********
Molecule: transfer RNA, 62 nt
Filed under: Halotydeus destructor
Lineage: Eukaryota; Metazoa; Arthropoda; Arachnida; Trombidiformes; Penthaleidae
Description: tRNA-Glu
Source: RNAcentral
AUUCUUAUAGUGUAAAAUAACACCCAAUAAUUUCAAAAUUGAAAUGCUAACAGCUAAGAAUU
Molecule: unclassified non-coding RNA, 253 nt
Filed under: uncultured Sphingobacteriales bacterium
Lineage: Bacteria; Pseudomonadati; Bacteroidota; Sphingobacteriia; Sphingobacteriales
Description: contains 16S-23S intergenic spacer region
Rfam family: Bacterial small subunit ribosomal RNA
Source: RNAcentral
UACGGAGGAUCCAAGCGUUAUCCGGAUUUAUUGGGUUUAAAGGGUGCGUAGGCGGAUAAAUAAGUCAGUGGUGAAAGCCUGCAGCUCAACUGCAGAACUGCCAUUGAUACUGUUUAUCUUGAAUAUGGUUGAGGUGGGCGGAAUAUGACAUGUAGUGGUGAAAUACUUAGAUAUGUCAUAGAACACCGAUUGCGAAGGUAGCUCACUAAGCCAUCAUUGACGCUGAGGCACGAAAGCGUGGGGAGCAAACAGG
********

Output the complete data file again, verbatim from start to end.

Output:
Molecule: transfer RNA, 62 nt
Filed under: Halotydeus destructor
Lineage: Eukaryota; Metazoa; Arthropoda; Arachnida; Trombidiformes; Penthaleidae
Description: tRNA-Glu
Source: RNAcentral
AUUCUUAUAGUGUAAAAUAACACCCAAUAAUUUCAAAAUUGAAAUGCUAACAGCUAAGAAUU
Molecule: unclassified non-coding RNA, 253 nt
Filed under: uncultured Sphingobacteriales bacterium
Lineage: Bacteria; Pseudomonadati; Bacteroidota; Sphingobacteriia; Sphingobacteriales
Description: contains 16S-23S intergenic spacer region
Rfam family: Bacterial small subunit ribosomal RNA
Source: RNAcentral
UACGGAGGAUCCAAGCGUUAUCCGGAUUUAUUGGGUUUAAAGGGUGCGUAGGCGGAUAAAUAAGUCAGUGGUGAAAGCCUGCAGCUCAACUGCAGAACUGCCAUUGAUACUGUUUAUCUUGAAUAUGGUUGAGGUGGGCGGAAUAUGACAUGUAGUGGUGAAAUACUUAGAUAUGUCAUAGAACACCGAUUGCGAAGGUAGCUCACUAAGCCAUCAUUGACGCUGAGGCACGAAAGCGUGGGGAGCAAACAGG